Editor’s note: The blog has been updated to include the correct number of spaces in the SunTrust / Truist building, which is 30, not 35, despite the staff report stating the number was 35..
In Monday’s City of Stuart bi-monthly Commission meeting, one of the agenda items was to add 51 parking spaces at the Monterey Medical Complex. But was it really 51 spaces? Not if you did the math.
Monterey Medical is on the corner of the US1 and Monterey. If anyone has tried to go to a doctor’s appointment there, visit the CVS, grab a coffee at Starbucks, or just try to navigate the back way to the SunTrust building, you’ve experienced the frustration of driving through or parking there.
In 2001 when the complex was originally approved, the project was approved knowing that there would be a Surgi-Center built on the site. The presumption was that the doctors in the medical building would be the same ones using the surgery center so the approval was given with less than the required number of parking spaces justified stating “the reduction in required spaces and that the future 12,400 sq.ft Surgi-center would require only 22 spaces.” (Click here to view / download the City of Stuart’s staff report.)
In 2009, the Surgi-Center was approved for 9,500 square feet, smaller than the original proposal of 12,400 square feet. Instead of looking forward and insisting parking be considered, the then City Commission approved a credit of 35 spaces.
Over the years compounded by constant overscheduling by the doctors’ offices in the medical complex, the parking problem finally got to the point where it needed to be addressed.
On September 13, 2021, on behalf of the site owners, the City of Stuart development staff presented to the City Commission a request to add parking. The plan was to basically just add more pavement and voila, the parking situation would be somewhat resolved. Luckily, at that time, the City Commissioners recognized the plan was deficient and asked the site owner to come back after reviewing more environmentally friendly options and ones that had longer-term outlooks, including a parking garage.
Fast forward to Monday night’s City Commission meeting where City Staff presented the plan to the Commissioners. Yes, there were improvements by adding pervious surfaces so drainage would be better. But we’ve learned that if it’s not properly maintained, pervious surfaces might as well be impervious. And underground water storage was added, which is great. But there is no mandatory or required treatment of the water before it goes in to the water table or estuary. It was improved but not in the ways that any parking was truly solved. This is where it comes down to strictly numbers.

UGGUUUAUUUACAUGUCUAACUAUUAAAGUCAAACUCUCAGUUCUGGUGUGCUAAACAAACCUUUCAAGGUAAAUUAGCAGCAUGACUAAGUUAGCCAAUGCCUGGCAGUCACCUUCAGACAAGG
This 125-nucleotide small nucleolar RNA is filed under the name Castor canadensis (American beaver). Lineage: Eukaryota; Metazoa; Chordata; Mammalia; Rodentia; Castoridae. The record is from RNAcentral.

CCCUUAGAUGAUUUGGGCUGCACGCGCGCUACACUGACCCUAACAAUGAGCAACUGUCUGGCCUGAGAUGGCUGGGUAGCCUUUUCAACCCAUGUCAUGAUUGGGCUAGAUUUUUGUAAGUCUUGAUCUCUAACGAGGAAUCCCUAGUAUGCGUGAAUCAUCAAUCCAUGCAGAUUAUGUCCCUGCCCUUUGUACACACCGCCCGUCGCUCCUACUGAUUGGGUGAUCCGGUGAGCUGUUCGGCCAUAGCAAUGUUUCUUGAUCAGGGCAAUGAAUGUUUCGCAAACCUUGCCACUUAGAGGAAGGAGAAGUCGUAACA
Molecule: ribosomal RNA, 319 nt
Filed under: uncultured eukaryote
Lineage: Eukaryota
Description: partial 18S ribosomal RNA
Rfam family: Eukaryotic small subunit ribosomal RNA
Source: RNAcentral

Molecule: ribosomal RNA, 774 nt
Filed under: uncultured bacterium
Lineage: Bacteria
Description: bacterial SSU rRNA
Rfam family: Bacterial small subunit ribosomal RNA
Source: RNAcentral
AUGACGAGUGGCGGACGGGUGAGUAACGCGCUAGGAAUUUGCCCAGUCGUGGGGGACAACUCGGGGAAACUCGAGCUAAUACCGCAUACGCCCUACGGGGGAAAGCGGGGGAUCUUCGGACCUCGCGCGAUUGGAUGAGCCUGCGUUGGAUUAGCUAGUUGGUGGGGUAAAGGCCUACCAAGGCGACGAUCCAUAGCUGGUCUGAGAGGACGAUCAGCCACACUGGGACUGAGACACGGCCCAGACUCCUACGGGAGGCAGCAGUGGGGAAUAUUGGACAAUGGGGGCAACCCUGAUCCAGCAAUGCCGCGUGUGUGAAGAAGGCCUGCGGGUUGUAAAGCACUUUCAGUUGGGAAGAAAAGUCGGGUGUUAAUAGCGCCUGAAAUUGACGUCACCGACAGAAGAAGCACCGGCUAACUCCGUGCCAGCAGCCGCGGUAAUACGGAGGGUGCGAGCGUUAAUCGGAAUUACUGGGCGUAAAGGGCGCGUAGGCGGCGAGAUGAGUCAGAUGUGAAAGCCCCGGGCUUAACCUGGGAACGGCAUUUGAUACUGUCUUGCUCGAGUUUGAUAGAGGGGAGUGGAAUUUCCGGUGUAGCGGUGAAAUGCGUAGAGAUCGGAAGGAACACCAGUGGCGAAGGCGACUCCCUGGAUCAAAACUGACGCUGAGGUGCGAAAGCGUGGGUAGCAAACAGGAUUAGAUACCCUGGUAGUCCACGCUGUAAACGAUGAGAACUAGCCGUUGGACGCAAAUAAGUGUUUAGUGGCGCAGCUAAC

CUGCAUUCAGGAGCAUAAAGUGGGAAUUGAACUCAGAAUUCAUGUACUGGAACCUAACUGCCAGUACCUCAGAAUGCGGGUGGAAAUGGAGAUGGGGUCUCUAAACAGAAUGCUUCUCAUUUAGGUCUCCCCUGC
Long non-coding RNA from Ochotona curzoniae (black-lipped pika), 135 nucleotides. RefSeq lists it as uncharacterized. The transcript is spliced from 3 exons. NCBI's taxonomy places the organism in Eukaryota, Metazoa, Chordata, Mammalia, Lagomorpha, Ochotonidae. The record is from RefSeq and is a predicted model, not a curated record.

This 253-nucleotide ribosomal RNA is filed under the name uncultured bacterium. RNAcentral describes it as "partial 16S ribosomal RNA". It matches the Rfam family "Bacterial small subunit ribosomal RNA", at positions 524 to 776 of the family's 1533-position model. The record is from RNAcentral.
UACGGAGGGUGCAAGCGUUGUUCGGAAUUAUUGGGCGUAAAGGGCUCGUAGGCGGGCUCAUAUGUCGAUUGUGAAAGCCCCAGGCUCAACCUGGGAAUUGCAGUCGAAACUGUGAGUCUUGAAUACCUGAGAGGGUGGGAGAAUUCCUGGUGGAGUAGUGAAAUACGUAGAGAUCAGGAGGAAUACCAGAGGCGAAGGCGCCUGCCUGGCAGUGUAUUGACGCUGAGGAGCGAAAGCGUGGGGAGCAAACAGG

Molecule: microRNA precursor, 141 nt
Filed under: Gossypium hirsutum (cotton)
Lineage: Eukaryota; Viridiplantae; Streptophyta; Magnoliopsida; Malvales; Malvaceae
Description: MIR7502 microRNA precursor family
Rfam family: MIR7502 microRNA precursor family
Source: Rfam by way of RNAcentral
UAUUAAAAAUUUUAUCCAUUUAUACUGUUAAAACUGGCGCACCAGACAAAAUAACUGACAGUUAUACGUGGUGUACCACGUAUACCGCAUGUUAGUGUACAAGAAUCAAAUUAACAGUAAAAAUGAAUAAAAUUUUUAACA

The request before the Commission was to add 51 spaces in a reconfigured layout of the existing lot and it would not be a parking garage which, theoretically, would allow for a smaller footprint and more cars. Currently, according to the site owners, 12 people park in the grass. 30 people can park in the SunTrust / Truist building parking deck in which spaces are currently leased on a month-to-month basis. So let’s pretend that the 12 persons currently parking in the grass now park in the newly paved spot.s And let’s pretend that while there is currently an agreement with SunTrust / Truist, that the deck is full that day or that the building ceases the agreement and now those 30 people can ONLY park in the medical complex lot. So of the 51 requested spaces, 12 persons previously parking in the grass and 30 no longer parking in the parking garage next door could theoretically occupy 42 of those spaces. So for the cost and inconvenience of this effort, the possible net available parking at the Monterey Medical Complex is 9.
A net of 9 parking spaces were approved to accommodate the paving of dry retention areas and implementation of a water retention system that does not have a system or requirement to break down nutrients before they move to our ecosystem.
NOTE: A condition was placed that the site owner must retain some kind of off-site parking, but how do make another site owner agree to that and how do you make those visiting the building actually park off-site?
This is a slippery slope that this approval creates. A developer was given an exception to have lesser parking stalls than required and now isn’t up to code. So the developer comes back to request more parking to bring the site up to code but now needs to eliminate dry retention, which is all but required to prevent flooding and help retain and filter water the way nature intended. So now the Commission has approved parking for zoning and destroyed a little more green space. Gee, sounds just like what was approved at the Kanner CPUD, Trillium, and Central Parkway Lofts. I guess we will have to wait to see what happens when residents of those sites have guests and complain that there is nowhere to park.
Thank you to Mayor Matheson for pointing out the mathematical flaw presented by City Staff on behalf of the developer and to Mayor Matheson and Commissioner Clarke for voting no. Just because a proposed plan meets code doesn’t mean it’s the best plan.